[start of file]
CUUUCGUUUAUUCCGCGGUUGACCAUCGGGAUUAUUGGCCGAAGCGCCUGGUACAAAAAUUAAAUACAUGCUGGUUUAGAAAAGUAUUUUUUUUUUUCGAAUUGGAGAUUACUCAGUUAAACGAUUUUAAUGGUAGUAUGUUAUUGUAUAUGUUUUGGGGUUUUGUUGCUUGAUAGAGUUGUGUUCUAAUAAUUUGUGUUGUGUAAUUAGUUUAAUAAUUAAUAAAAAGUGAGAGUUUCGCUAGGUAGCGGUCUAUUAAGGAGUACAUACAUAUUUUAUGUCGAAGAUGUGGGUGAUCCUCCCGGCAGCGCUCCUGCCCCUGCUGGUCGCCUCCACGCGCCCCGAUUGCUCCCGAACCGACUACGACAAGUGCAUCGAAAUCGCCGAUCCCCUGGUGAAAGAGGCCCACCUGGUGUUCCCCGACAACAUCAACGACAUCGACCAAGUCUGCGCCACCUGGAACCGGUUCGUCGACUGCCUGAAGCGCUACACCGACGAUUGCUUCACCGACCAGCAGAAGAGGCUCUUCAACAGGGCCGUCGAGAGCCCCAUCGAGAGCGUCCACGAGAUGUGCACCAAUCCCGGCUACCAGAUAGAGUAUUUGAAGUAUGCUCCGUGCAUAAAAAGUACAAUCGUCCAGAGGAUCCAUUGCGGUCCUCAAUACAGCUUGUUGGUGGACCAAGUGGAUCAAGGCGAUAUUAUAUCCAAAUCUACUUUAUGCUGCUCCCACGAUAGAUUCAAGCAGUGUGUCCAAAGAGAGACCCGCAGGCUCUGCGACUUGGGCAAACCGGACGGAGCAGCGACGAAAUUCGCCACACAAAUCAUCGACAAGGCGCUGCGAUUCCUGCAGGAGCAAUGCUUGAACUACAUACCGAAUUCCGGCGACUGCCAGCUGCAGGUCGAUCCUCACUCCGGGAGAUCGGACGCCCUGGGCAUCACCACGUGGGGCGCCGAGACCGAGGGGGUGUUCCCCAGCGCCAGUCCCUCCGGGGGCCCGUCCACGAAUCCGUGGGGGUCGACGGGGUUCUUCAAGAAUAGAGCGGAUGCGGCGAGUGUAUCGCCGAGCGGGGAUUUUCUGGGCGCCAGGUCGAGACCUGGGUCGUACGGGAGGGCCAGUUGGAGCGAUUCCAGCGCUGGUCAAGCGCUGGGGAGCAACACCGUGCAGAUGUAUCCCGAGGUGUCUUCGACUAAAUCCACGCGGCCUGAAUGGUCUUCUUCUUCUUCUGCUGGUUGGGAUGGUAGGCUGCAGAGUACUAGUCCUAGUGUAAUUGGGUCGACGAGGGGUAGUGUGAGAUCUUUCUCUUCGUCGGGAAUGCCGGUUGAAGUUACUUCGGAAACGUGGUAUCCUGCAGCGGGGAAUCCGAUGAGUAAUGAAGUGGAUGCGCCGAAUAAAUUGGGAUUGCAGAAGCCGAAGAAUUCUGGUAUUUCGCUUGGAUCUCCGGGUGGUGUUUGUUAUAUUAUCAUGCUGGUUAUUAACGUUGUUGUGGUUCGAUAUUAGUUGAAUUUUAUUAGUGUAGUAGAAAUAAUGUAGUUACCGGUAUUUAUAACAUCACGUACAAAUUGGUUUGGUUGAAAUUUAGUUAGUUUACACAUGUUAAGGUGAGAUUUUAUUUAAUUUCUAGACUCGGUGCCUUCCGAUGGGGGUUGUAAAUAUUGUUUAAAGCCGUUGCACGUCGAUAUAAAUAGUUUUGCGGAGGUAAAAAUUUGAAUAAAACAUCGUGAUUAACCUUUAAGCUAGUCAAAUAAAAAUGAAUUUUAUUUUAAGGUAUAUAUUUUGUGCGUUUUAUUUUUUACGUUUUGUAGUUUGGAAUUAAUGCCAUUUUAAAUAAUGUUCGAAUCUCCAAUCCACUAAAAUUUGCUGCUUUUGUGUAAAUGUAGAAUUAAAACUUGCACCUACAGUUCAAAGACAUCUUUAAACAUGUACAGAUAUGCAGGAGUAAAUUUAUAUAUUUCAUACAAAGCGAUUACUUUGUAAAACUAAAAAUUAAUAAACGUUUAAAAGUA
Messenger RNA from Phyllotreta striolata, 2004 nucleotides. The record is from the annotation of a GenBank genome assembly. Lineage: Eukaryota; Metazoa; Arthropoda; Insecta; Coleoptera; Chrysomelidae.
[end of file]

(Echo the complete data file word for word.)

CUUUCGUUUAUUCCGCGGUUGACCAUCGGGAUUAUUGGCCGAAGCGCCUGGUACAAAAAUUAAAUACAUGCUGGUUUAGAAAAGUAUUUUUUUUUUUCGAAUUGGAGAUUACUCAGUUAAACGAUUUUAAUGGUAGUAUGUUAUUGUAUAUGUUUUGGGGUUUUGUUGCUUGAUAGAGUUGUGUUCUAAUAAUUUGUGUUGUGUAAUUAGUUUAAUAAUUAAUAAAAAGUGAGAGUUUCGCUAGGUAGCGGUCUAUUAAGGAGUACAUACAUAUUUUAUGUCGAAGAUGUGGGUGAUCCUCCCGGCAGCGCUCCUGCCCCUGCUGGUCGCCUCCACGCGCCCCGAUUGCUCCCGAACCGACUACGACAAGUGCAUCGAAAUCGCCGAUCCCCUGGUGAAAGAGGCCCACCUGGUGUUCCCCGACAACAUCAACGACAUCGACCAAGUCUGCGCCACCUGGAACCGGUUCGUCGACUGCCUGAAGCGCUACACCGACGAUUGCUUCACCGACCAGCAGAAGAGGCUCUUCAACAGGGCCGUCGAGAGCCCCAUCGAGAGCGUCCACGAGAUGUGCACCAAUCCCGGCUACCAGAUAGAGUAUUUGAAGUAUGCUCCGUGCAUAAAAAGUACAAUCGUCCAGAGGAUCCAUUGCGGUCCUCAAUACAGCUUGUUGGUGGACCAAGUGGAUCAAGGCGAUAUUAUAUCCAAAUCUACUUUAUGCUGCUCCCACGAUAGAUUCAAGCAGUGUGUCCAAAGAGAGACCCGCAGGCUCUGCGACUUGGGCAAACCGGACGGAGCAGCGACGAAAUUCGCCACACAAAUCAUCGACAAGGCGCUGCGAUUCCUGCAGGAGCAAUGCUUGAACUACAUACCGAAUUCCGGCGACUGCCAGCUGCAGGUCGAUCCUCACUCCGGGAGAUCGGACGCCCUGGGCAUCACCACGUGGGGCGCCGAGACCGAGGGGGUGUUCCCCAGCGCCAGUCCCUCCGGGGGCCCGUCCACGAAUCCGUGGGGGUCGACGGGGUUCUUCAAGAAUAGAGCGGAUGCGGCGAGUGUAUCGCCGAGCGGGGAUUUUCUGGGCGCCAGGUCGAGACCUGGGUCGUACGGGAGGGCCAGUUGGAGCGAUUCCAGCGCUGGUCAAGCGCUGGGGAGCAACACCGUGCAGAUGUAUCCCGAGGUGUCUUCGACUAAAUCCACGCGGCCUGAAUGGUCUUCUUCUUCUUCUGCUGGUUGGGAUGGUAGGCUGCAGAGUACUAGUCCUAGUGUAAUUGGGUCGACGAGGGGUAGUGUGAGAUCUUUCUCUUCGUCGGGAAUGCCGGUUGAAGUUACUUCGGAAACGUGGUAUCCUGCAGCGGGGAAUCCGAUGAGUAAUGAAGUGGAUGCGCCGAAUAAAUUGGGAUUGCAGAAGCCGAAGAAUUCUGGUAUUUCGCUUGGAUCUCCGGGUGGUGUUUGUUAUAUUAUCAUGCUGGUUAUUAACGUUGUUGUGGUUCGAUAUUAGUUGAAUUUUAUUAGUGUAGUAGAAAUAAUGUAGUUACCGGUAUUUAUAACAUCACGUACAAAUUGGUUUGGUUGAAAUUUAGUUAGUUUACACAUGUUAAGGUGAGAUUUUAUUUAAUUUCUAGACUCGGUGCCUUCCGAUGGGGGUUGUAAAUAUUGUUUAAAGCCGUUGCACGUCGAUAUAAAUAGUUUUGCGGAGGUAAAAAUUUGAAUAAAACAUCGUGAUUAACCUUUAAGCUAGUCAAAUAAAAAUGAAUUUUAUUUUAAGGUAUAUAUUUUGUGCGUUUUAUUUUUUACGUUUUGUAGUUUGGAAUUAAUGCCAUUUUAAAUAAUGUUCGAAUCUCCAAUCCACUAAAAUUUGCUGCUUUUGUGUAAAUGUAGAAUUAAAACUUGCACCUACAGUUCAAAGACAUCUUUAAACAUGUACAGAUAUGCAGGAGUAAAUUUAUAUAUUUCAUACAAAGCGAUUACUUUGUAAAACUAAAAAUUAAUAAACGUUUAAAAGUA
Messenger RNA from Phyllotreta striolata, 2004 nucleotides. The record is from the annotation of a GenBank genome assembly. Lineage: Eukaryota; Metazoa; Arthropoda; Insecta; Coleoptera; Chrysomelidae.